I have been thinking a lot about the word “let” in our language. The past two weeks, we heard Linda Gregg’s poem “Let Birds”–Let birds . . . do what? You can see Poetry Slow Down how this has slowed me down. How to let birds . . . be? What is being asked of us by the poet? And she does not stop there, with this mysterious title that takes us down the rabbit hole. We first encounter the word “let” in the poem, “me like a mare let out to pasture.” Here, we understand “let out” as in, allowed to be or go as you wish, as you need, as you are able. Some outer force makes possible what is in you to do. Something was contained, contained you, and now is “let out.” It is a liberating thing, a freeing up. An outing. When someone is “let out,” as in, let out of jail, or, let out, as, of school, when school lets out . . . it is a release.
We hear that word, allow, when she says, allow the ocean to wake in you. When we say, allow this, we confer a power, an authority, to let something happen, to make something happen that something has the capacity to do or be . . . When we let or allow, it is to . . . the word I am searching for is . . . surrender, yield, it is to not LET anything get in the way of what needs to happen or be, that naturally exists. But it is also an urging, a kind of command. A prayer, a plea, for whatever is possible to not be prevented. It is a way of language, a way of creation, a way of power, a way of going with the flow, being an instrument of the flow . . .
So, are you thinking, Poetry Slow Down, Let there be light! God said, Let there be light! So, light exists, and God says, yes! A charge to the universe, gather yourself, manifest, be! Light!
Or, Let freedom ring!
Or, the Beatles, Let it be! Or cummings, let it go! Or Shakespeare, Sonnet 116!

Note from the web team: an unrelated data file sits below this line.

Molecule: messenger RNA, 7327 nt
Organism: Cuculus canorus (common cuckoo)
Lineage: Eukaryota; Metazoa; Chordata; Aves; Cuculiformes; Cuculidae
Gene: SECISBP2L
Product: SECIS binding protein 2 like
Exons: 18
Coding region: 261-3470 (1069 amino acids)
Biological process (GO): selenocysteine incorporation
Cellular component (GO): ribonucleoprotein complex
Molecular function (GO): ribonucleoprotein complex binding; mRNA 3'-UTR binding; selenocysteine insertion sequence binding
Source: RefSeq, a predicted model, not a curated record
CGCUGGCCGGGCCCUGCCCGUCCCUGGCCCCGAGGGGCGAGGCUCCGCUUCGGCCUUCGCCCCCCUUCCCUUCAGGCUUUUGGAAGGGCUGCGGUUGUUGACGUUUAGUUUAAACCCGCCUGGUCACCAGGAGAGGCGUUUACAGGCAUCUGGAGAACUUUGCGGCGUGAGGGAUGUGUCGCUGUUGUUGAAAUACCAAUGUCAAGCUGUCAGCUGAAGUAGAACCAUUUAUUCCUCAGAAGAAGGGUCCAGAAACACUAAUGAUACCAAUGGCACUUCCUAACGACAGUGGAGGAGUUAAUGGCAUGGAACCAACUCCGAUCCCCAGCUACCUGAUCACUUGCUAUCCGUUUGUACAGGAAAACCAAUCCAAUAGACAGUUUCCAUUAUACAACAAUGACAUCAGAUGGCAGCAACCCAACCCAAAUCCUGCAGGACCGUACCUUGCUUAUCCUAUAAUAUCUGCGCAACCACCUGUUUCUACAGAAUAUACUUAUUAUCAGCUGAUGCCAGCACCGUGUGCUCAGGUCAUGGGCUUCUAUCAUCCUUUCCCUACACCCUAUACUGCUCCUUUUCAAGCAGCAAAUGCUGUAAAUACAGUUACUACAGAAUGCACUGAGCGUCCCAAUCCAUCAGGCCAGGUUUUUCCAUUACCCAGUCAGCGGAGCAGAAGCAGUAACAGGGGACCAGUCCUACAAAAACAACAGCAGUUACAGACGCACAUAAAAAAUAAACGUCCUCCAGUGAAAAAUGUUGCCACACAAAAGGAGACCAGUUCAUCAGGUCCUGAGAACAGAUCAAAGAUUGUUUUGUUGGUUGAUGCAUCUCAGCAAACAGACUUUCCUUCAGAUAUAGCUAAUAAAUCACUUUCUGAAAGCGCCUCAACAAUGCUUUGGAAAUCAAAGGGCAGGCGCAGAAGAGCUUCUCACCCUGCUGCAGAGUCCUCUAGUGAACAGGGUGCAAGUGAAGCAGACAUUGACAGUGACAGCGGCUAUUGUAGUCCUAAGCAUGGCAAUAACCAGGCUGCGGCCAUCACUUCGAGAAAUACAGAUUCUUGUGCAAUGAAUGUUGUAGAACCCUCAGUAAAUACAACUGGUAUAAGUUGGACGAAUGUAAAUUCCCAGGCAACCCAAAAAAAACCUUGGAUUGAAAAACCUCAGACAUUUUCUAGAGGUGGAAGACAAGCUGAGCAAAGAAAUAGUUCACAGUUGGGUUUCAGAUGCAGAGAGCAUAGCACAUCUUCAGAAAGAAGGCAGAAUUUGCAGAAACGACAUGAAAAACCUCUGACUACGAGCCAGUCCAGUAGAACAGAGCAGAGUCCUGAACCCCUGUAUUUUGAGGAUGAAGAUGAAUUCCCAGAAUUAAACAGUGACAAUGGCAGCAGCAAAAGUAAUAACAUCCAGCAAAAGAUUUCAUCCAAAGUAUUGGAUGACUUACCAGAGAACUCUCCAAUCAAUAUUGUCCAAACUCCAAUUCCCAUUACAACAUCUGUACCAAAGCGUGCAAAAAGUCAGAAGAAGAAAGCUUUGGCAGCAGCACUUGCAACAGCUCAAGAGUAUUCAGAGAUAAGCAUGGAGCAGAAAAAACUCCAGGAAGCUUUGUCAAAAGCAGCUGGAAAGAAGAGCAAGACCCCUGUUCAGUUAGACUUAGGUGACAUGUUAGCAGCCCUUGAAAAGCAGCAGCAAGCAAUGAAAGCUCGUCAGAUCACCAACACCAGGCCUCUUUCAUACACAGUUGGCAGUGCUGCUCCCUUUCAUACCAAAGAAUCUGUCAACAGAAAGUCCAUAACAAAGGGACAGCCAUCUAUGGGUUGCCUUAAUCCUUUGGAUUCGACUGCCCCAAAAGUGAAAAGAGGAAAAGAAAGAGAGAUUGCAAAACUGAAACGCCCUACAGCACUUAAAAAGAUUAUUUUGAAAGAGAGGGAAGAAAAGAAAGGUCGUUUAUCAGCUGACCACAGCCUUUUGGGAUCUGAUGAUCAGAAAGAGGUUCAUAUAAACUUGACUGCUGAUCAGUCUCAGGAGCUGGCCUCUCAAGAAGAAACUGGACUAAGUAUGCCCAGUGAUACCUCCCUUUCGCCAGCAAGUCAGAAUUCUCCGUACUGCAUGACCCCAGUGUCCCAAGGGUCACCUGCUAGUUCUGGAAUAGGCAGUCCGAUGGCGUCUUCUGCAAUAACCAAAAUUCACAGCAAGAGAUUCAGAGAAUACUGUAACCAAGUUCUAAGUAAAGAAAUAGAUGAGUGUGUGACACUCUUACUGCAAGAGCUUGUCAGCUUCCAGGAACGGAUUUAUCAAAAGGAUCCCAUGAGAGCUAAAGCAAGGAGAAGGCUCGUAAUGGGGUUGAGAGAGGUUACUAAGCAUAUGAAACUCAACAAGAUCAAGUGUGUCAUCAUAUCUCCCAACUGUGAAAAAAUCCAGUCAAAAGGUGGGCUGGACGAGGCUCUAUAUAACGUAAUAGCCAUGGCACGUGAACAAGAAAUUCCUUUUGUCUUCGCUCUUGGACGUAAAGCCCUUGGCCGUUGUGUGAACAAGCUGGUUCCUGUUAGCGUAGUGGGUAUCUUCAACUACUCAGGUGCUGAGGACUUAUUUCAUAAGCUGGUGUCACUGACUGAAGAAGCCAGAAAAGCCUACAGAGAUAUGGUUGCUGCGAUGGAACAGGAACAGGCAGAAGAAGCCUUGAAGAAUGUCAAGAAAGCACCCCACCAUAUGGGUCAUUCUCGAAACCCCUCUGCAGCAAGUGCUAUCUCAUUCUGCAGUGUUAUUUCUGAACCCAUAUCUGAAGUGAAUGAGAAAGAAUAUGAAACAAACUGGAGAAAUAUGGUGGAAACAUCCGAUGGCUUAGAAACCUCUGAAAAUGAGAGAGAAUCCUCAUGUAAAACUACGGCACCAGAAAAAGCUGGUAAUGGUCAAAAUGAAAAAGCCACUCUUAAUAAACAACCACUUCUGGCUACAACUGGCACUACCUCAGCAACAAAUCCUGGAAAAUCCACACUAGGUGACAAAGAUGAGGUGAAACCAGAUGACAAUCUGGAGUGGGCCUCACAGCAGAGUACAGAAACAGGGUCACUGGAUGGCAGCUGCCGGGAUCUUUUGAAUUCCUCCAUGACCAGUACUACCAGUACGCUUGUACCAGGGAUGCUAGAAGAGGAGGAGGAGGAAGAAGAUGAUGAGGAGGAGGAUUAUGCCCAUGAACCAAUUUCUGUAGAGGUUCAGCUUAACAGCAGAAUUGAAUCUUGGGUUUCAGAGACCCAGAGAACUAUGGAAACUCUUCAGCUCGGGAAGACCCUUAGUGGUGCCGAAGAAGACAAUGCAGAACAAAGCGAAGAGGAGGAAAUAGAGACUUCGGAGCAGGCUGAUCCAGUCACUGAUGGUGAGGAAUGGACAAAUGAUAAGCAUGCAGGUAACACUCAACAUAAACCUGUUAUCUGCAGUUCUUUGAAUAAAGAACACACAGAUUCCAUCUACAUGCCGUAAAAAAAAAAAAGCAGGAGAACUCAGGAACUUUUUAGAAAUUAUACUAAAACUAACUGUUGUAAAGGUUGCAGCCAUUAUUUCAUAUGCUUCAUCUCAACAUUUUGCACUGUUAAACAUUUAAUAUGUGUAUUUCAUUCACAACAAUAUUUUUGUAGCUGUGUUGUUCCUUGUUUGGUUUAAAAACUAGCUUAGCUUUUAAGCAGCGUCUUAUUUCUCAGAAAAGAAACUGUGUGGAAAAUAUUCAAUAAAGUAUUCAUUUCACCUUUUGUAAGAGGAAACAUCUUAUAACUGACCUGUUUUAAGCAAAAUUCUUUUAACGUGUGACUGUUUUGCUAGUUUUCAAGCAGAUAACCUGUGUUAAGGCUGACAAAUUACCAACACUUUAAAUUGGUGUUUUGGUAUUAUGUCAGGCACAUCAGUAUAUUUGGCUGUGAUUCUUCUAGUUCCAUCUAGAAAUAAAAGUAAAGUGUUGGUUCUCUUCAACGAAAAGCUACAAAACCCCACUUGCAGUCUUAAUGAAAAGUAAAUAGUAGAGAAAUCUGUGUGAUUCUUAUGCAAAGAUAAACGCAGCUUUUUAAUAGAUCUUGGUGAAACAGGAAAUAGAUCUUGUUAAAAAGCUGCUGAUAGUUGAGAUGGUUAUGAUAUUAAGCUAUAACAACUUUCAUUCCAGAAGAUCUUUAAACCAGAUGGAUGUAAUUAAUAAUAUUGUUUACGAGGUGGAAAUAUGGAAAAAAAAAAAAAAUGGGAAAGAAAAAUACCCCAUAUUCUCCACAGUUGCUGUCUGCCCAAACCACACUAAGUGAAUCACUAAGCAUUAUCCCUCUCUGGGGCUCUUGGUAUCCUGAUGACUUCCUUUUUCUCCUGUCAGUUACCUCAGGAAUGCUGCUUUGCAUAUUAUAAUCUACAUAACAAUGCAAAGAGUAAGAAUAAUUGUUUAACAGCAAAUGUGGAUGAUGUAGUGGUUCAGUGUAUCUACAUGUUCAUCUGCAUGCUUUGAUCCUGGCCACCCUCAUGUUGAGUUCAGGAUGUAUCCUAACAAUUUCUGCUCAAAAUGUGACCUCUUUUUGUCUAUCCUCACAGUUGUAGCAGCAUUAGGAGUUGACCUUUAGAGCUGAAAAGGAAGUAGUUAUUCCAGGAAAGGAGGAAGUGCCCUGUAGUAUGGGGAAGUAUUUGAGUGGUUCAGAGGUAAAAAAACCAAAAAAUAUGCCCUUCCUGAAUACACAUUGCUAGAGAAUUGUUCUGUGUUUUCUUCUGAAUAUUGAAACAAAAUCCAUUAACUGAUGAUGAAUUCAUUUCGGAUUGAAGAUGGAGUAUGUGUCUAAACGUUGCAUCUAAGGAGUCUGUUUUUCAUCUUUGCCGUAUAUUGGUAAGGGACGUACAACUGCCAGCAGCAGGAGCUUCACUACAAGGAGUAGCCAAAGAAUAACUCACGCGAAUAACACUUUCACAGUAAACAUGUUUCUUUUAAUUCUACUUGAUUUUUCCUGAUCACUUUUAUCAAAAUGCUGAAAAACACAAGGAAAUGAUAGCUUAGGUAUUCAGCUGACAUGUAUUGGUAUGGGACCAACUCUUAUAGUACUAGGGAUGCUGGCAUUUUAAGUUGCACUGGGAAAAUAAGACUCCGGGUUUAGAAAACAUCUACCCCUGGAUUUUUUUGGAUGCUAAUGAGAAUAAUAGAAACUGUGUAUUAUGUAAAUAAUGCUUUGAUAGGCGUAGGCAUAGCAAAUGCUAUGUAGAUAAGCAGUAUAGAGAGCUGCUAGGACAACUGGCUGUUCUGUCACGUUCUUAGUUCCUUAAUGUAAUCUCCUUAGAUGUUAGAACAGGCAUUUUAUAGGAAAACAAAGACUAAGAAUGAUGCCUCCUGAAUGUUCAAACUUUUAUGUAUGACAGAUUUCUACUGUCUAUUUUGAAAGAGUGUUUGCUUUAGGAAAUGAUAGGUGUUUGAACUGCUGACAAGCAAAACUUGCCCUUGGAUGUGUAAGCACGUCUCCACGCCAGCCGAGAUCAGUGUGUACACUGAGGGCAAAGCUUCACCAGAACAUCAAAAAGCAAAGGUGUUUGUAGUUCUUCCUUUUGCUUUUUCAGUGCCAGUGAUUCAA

Or, Let us pray!, Or, Let us now praise famous men. Or, Let the good times roll.
And how many love poems, and songs use “let”–I will never let you go, let your heart speak; let is the word of the lover, the leader, in our civic culture, let is this word of allowance and permission to sanction open-ness and flow. And where does this word come from, this favorite word of poets that begins so many poems?
So “let us go then, you and I . . . ” in the words of T.S. Eliot’s “Love Song of J. Alfred Prufrock,” and see what the poets have said about how and why to let “let” into our lives, and open us to the idea of what is possible if we imagine it.
And then, Poetry Slow Down, speaking of what we let in, when we open ourselves to human longing for something more free, more whole, more harmonious, more evolved in our lives, I happened to read “The White Rooster” by a Mr. William Goyen. This was astonishing poetry, even if it was a short story. I have to read it to you. You have to hear it. And then, I have to tell you about this author, and the role of poetry in his development and goals and values as a writer. And meanwhile, he set me on a wild rooster chase for rooster poems, and it turns out that poets not only write about roosters, but identify with them, as fellow poets, heralds, awakeners of consciousness, conscience, life itself. We consider that Elizabeth Bishop, William Stafford, and many others write remarkable poems about roosters, and we conclude with Henry David Thoreau’s identification with roosters in Walden, and the meaning to him of roosters in the context of his role as poet bringing us perpetual Morning, poet/rooster letting in the Light. I confess I had no idea where this show was going to take me, letting its path flow . . . but I am happy I ended up with roosters, and I hope you are, too. Let us thank our poets who slow us down, wake us up, and bring on a new day of hope for what is humanly possible.
© Barbara Mossberg